Chatting with Ann Barnes is a real eye opener into the world of food, health, and business. With a background in law, she’s always had the tendency to ask questions. Already an ethical and healthy vegetarian since age 18, when her interest in food grew further she started digging, and became shocked with the misinformation spread by the food industry.
After investing in a health food company a few years prior, the opportunity to run the company full-time with her husband Mark arose, and Ann was able to realize her passion for sharing and eating wholesome food. Their business, Mum’s Original, sells natural and organic products like hemp hearts, chia, goji berries, and cacao.
Ann’s personal research sheds some light on why foods today can be unhealthy and even cause intolerances. Milk, for example, starts out nutritionally dense, but loses these qualities in processing. The same is true with other foods which are mass produced and where corners are cut, or modifications have taken the place of the natural ingredient.
“Even with gluten, the reality is that what our grandparents used to eat was grown with heirloom seeds passed down for generations,” said Ann, “Since then wheat has been modified scientifically to increase levels of gluten for a stickier consistency, which we’re raised to think is a good thing.”
So, we now eat different foods, and ones made cheaply, so you pay for food but aren’t getting the same amount of nutrients. The sticker price is a fake deal. Ann dedicates her life to selling nutritionally-dense foods, and educating people on how to make simple changes that can help people take charge of their health.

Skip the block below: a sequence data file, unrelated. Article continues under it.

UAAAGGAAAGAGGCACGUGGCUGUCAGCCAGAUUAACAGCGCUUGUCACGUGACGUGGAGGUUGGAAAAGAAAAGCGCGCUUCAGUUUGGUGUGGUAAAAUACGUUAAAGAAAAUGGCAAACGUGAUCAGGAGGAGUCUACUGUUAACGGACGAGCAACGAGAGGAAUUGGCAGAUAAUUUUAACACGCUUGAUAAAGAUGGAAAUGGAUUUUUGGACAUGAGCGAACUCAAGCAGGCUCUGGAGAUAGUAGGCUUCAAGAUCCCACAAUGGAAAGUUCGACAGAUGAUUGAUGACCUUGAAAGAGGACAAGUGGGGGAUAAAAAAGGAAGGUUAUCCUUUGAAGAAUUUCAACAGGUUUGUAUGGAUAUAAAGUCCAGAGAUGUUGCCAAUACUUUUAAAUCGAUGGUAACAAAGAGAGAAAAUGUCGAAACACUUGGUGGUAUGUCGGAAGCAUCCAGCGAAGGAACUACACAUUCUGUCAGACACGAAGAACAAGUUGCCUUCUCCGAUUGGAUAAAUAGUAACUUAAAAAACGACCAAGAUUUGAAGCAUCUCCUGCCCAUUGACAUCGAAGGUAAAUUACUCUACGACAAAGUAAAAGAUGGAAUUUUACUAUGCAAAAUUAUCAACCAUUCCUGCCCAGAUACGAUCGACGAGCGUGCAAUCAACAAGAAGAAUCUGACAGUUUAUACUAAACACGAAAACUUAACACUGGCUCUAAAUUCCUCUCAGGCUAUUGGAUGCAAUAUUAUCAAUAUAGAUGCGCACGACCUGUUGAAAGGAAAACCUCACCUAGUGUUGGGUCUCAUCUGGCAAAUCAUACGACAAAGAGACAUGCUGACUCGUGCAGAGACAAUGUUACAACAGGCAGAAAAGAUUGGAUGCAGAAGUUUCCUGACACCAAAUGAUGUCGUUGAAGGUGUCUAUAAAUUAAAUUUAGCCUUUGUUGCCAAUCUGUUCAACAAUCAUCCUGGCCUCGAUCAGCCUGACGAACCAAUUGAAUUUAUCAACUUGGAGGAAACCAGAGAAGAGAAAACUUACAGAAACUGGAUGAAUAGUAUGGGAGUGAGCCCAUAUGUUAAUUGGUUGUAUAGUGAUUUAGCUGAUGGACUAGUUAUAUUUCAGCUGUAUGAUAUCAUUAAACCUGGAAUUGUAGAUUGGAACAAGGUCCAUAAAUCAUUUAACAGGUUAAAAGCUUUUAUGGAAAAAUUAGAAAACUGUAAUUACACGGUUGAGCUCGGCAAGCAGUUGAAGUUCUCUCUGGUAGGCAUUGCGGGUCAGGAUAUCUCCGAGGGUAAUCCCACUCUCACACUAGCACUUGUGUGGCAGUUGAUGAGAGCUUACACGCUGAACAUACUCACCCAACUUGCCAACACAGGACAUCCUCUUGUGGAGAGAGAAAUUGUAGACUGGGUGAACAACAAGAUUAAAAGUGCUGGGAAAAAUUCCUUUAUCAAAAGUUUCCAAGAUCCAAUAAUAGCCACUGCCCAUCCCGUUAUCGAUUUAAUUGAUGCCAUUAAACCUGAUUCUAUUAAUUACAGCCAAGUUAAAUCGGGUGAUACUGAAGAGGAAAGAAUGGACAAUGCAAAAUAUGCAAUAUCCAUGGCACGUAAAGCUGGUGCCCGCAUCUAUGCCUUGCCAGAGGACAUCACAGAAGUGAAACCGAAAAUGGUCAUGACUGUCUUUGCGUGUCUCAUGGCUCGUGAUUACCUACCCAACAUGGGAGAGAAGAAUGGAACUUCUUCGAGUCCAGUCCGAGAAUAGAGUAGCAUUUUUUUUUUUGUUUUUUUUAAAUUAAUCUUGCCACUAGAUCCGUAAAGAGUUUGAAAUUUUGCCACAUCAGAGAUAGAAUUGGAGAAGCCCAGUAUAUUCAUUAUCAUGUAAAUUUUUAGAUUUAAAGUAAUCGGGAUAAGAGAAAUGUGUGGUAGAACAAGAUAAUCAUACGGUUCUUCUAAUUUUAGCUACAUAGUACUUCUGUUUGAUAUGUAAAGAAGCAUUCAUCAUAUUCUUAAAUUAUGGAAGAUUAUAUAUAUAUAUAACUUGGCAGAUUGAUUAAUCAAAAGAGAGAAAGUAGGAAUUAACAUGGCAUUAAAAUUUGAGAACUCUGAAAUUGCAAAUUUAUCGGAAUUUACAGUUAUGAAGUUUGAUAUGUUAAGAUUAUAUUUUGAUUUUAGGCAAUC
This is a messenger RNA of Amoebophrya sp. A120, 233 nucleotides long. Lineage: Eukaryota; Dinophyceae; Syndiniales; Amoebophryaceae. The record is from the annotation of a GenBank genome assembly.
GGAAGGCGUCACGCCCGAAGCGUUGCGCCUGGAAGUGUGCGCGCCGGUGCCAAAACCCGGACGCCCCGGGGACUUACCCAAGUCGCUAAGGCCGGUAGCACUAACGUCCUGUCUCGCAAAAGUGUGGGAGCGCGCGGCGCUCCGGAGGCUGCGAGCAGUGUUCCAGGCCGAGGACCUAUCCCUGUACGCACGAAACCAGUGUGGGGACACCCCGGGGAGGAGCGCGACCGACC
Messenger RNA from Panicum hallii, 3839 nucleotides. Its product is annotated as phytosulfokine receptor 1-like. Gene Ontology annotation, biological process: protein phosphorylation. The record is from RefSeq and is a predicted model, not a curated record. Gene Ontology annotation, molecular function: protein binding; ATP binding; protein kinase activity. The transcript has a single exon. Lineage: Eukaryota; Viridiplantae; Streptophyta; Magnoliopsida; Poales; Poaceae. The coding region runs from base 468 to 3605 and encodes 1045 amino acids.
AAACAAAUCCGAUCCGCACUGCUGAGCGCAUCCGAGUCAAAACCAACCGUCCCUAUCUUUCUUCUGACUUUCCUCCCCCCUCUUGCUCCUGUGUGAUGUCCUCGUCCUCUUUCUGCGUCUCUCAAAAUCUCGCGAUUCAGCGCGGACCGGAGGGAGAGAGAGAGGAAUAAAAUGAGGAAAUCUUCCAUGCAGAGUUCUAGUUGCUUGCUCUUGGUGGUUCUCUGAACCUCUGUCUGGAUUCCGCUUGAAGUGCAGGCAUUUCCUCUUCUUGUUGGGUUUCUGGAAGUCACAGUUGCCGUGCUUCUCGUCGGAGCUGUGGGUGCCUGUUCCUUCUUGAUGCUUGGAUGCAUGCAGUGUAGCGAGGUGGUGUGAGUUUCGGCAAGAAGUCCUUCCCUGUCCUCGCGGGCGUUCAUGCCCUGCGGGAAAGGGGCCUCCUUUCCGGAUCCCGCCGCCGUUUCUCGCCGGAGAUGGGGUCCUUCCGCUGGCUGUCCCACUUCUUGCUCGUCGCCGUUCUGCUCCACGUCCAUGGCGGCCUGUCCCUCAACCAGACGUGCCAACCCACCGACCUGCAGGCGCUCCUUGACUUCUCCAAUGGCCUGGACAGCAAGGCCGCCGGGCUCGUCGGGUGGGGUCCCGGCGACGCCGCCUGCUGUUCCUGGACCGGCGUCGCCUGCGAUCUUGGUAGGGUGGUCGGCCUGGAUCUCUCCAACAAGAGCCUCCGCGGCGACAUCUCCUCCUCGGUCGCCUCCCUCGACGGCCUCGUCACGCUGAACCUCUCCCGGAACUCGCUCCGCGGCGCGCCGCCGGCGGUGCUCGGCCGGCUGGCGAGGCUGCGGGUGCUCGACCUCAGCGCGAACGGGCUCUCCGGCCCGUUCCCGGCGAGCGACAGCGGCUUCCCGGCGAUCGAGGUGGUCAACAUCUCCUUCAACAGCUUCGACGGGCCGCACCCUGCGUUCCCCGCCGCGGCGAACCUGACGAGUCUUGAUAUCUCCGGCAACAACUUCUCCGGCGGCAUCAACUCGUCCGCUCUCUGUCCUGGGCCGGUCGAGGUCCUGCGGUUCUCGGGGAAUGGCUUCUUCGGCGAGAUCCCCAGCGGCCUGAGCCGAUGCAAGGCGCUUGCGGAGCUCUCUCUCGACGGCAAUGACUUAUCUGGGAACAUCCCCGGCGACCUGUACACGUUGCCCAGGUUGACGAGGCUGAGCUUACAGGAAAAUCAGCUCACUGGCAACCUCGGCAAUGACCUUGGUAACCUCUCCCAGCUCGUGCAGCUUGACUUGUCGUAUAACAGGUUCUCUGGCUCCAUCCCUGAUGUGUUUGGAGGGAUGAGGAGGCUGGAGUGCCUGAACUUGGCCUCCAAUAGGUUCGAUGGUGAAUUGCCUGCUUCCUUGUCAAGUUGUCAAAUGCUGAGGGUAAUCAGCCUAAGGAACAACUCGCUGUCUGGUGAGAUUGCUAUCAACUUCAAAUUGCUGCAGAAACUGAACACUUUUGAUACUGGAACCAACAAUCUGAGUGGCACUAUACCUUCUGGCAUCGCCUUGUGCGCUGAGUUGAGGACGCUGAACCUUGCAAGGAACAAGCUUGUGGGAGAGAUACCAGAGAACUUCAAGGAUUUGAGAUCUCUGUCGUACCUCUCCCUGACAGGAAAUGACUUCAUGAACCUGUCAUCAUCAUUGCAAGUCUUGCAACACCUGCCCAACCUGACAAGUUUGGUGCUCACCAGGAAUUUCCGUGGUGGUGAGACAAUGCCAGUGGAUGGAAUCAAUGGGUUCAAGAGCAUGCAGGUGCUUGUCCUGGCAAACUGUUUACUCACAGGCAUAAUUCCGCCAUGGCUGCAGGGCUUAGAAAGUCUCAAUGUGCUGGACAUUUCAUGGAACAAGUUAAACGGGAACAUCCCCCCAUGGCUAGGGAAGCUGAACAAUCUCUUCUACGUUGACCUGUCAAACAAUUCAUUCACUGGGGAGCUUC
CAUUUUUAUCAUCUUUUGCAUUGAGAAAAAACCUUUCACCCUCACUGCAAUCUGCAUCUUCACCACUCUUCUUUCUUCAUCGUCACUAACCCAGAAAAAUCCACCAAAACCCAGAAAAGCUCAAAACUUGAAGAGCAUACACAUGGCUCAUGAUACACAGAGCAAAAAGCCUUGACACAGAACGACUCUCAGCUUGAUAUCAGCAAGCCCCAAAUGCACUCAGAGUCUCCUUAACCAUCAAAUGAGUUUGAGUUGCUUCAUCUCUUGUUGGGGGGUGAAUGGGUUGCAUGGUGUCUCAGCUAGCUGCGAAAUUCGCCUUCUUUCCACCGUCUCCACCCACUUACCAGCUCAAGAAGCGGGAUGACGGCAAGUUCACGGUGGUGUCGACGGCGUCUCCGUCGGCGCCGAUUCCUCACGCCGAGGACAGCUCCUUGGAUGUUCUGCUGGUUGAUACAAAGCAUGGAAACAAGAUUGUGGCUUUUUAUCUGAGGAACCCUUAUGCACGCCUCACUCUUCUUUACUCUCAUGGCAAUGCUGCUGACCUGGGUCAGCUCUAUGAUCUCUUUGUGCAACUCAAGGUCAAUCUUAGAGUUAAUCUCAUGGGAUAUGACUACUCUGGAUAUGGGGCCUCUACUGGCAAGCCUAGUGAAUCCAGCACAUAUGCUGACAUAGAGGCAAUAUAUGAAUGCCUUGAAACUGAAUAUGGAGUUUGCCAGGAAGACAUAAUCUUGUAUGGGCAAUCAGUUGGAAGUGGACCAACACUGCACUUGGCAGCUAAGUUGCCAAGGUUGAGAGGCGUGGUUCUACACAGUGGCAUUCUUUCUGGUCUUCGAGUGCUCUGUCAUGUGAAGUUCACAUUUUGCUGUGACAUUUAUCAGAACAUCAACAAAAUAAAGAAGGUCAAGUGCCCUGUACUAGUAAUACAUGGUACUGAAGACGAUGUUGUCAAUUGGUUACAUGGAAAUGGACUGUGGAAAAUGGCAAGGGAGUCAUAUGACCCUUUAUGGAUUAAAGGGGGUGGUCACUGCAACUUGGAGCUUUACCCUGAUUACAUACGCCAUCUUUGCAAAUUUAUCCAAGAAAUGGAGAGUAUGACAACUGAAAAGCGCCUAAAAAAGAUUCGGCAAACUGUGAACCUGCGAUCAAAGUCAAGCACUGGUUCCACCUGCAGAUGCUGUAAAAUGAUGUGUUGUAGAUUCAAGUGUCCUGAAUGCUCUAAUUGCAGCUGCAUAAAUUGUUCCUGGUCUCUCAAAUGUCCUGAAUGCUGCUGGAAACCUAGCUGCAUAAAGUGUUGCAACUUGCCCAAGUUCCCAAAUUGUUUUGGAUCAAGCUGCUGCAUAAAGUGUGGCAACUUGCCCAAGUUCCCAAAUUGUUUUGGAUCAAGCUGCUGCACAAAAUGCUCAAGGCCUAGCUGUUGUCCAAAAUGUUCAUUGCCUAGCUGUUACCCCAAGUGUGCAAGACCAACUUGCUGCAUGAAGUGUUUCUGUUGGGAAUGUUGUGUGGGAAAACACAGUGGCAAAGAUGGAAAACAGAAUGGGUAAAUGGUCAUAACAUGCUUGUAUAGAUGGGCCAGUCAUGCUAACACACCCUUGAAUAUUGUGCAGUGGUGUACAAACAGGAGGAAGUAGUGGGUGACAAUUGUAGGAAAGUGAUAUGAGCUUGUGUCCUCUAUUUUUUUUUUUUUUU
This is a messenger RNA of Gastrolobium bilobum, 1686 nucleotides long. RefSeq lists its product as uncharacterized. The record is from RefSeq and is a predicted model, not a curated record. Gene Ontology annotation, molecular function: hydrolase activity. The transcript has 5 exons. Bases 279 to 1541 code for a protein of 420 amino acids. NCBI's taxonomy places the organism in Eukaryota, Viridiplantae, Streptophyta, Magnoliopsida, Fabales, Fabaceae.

The super foods Mum’s sells are not only super healthy, what makes her company even more interesting is where they get them from.
Outside of big food chains, Mum’s works with independent growers who have significant expertise in what they do. They work with farms and co-operatives in Canada and abroad, and support them to grow and produce the best food naturally.
In a region of The Philippines lies one of their partner co-ops in which Ann says the best variety of cacao (where chocolate comes from) was brought to 400 years ago. The standards in this area are higher than in other countries they could source from, and they work with the growers and local authorities to ensure fair wages and good working conditions. They use stone milling and natural fermentation to bring out the nutrients and avoid heavy metal contamination before it arrives on store shelves.
“Respecting how we see growers, it changes the food,” Ann said. “With our support they can make the right investments, and make the products better while sustaining their livelihoods.”
Ann’s focus is on educating other women, because she sees that they are often still the main caregivers for children, partners, and elders.
“Women prepare information and make choices for their homes. They want real information and not to be lied to so they can make good choices for their families,” she said.
Darcy Higgins is the director of Food Forward and writes a monthly column on the food movement. If you have questions you'd like to see Darcy address, drop him a line.